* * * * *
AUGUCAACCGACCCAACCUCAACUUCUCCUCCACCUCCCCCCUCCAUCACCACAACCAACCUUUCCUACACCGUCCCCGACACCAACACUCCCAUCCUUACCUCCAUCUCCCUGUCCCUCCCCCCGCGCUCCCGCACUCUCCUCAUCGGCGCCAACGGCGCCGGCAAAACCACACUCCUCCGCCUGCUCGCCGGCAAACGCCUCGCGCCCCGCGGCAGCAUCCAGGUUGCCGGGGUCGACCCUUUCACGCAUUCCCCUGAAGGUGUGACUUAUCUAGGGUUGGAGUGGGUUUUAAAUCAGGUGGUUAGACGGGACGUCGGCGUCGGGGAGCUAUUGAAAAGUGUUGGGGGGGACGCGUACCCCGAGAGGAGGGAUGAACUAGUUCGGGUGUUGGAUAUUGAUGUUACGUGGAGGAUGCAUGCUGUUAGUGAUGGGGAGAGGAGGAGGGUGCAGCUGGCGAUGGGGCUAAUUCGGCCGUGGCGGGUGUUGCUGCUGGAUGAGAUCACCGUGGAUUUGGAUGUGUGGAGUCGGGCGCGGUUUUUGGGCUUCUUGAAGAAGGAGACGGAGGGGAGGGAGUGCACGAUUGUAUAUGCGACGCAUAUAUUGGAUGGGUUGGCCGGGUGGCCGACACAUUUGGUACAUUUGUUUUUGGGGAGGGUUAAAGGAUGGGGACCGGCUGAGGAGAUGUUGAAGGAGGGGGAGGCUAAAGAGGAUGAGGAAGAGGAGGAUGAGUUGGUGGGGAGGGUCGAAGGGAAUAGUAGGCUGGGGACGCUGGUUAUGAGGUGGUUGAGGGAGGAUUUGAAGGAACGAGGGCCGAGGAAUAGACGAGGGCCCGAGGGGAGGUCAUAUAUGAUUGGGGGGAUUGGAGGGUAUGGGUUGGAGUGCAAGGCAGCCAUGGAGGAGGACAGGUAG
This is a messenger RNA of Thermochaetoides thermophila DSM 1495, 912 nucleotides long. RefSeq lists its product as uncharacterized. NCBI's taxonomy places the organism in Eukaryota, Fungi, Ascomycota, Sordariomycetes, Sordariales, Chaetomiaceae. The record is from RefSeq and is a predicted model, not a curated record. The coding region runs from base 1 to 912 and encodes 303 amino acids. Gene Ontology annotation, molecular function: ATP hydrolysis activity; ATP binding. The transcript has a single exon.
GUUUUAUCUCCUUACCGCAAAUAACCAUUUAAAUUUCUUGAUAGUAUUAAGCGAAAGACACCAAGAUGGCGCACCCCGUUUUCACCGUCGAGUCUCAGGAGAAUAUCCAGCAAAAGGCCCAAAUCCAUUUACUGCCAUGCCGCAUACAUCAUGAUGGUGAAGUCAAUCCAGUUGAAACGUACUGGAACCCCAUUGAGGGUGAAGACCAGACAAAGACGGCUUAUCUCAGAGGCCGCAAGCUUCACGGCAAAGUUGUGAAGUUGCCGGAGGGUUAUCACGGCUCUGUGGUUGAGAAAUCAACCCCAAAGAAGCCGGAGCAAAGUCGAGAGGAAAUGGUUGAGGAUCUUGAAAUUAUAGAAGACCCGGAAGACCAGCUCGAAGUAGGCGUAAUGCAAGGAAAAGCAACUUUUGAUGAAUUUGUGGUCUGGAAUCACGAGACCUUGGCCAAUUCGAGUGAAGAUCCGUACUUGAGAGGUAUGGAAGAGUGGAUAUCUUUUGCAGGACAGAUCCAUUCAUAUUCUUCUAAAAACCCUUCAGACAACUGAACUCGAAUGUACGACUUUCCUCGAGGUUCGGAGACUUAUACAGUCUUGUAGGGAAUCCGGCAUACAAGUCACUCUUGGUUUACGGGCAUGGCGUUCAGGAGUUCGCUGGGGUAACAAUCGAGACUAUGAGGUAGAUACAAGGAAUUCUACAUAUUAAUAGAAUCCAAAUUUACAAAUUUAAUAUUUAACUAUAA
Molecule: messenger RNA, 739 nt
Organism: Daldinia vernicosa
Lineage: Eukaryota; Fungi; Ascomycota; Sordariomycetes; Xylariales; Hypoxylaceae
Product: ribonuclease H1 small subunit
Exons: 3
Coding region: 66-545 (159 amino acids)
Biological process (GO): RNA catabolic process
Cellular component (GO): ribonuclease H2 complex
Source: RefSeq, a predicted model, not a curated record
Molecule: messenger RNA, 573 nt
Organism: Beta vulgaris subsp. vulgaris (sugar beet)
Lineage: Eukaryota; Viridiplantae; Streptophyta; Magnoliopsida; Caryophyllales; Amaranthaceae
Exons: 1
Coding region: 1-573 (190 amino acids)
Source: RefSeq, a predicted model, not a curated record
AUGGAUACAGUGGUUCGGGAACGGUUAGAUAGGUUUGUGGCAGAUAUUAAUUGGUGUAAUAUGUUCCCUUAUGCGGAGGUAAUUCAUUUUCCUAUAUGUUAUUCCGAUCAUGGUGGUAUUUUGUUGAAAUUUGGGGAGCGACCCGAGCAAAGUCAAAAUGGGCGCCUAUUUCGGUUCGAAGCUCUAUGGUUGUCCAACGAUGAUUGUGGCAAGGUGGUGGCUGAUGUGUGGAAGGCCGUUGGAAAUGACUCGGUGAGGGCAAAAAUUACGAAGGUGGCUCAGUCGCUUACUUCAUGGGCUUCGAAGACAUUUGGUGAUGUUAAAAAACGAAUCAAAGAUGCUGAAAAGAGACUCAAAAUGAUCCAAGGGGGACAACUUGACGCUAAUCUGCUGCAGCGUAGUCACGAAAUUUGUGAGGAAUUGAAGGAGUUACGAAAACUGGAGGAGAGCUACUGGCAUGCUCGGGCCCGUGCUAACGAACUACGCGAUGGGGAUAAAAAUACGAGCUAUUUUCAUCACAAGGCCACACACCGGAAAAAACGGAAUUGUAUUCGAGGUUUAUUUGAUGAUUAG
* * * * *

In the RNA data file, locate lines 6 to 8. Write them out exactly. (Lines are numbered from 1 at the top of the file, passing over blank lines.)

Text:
Lineage: Eukaryota; Fungi; Ascomycota; Sordariomycetes; Xylariales; Hypoxylaceae
Product: ribonuclease H1 small subunit
Exons: 3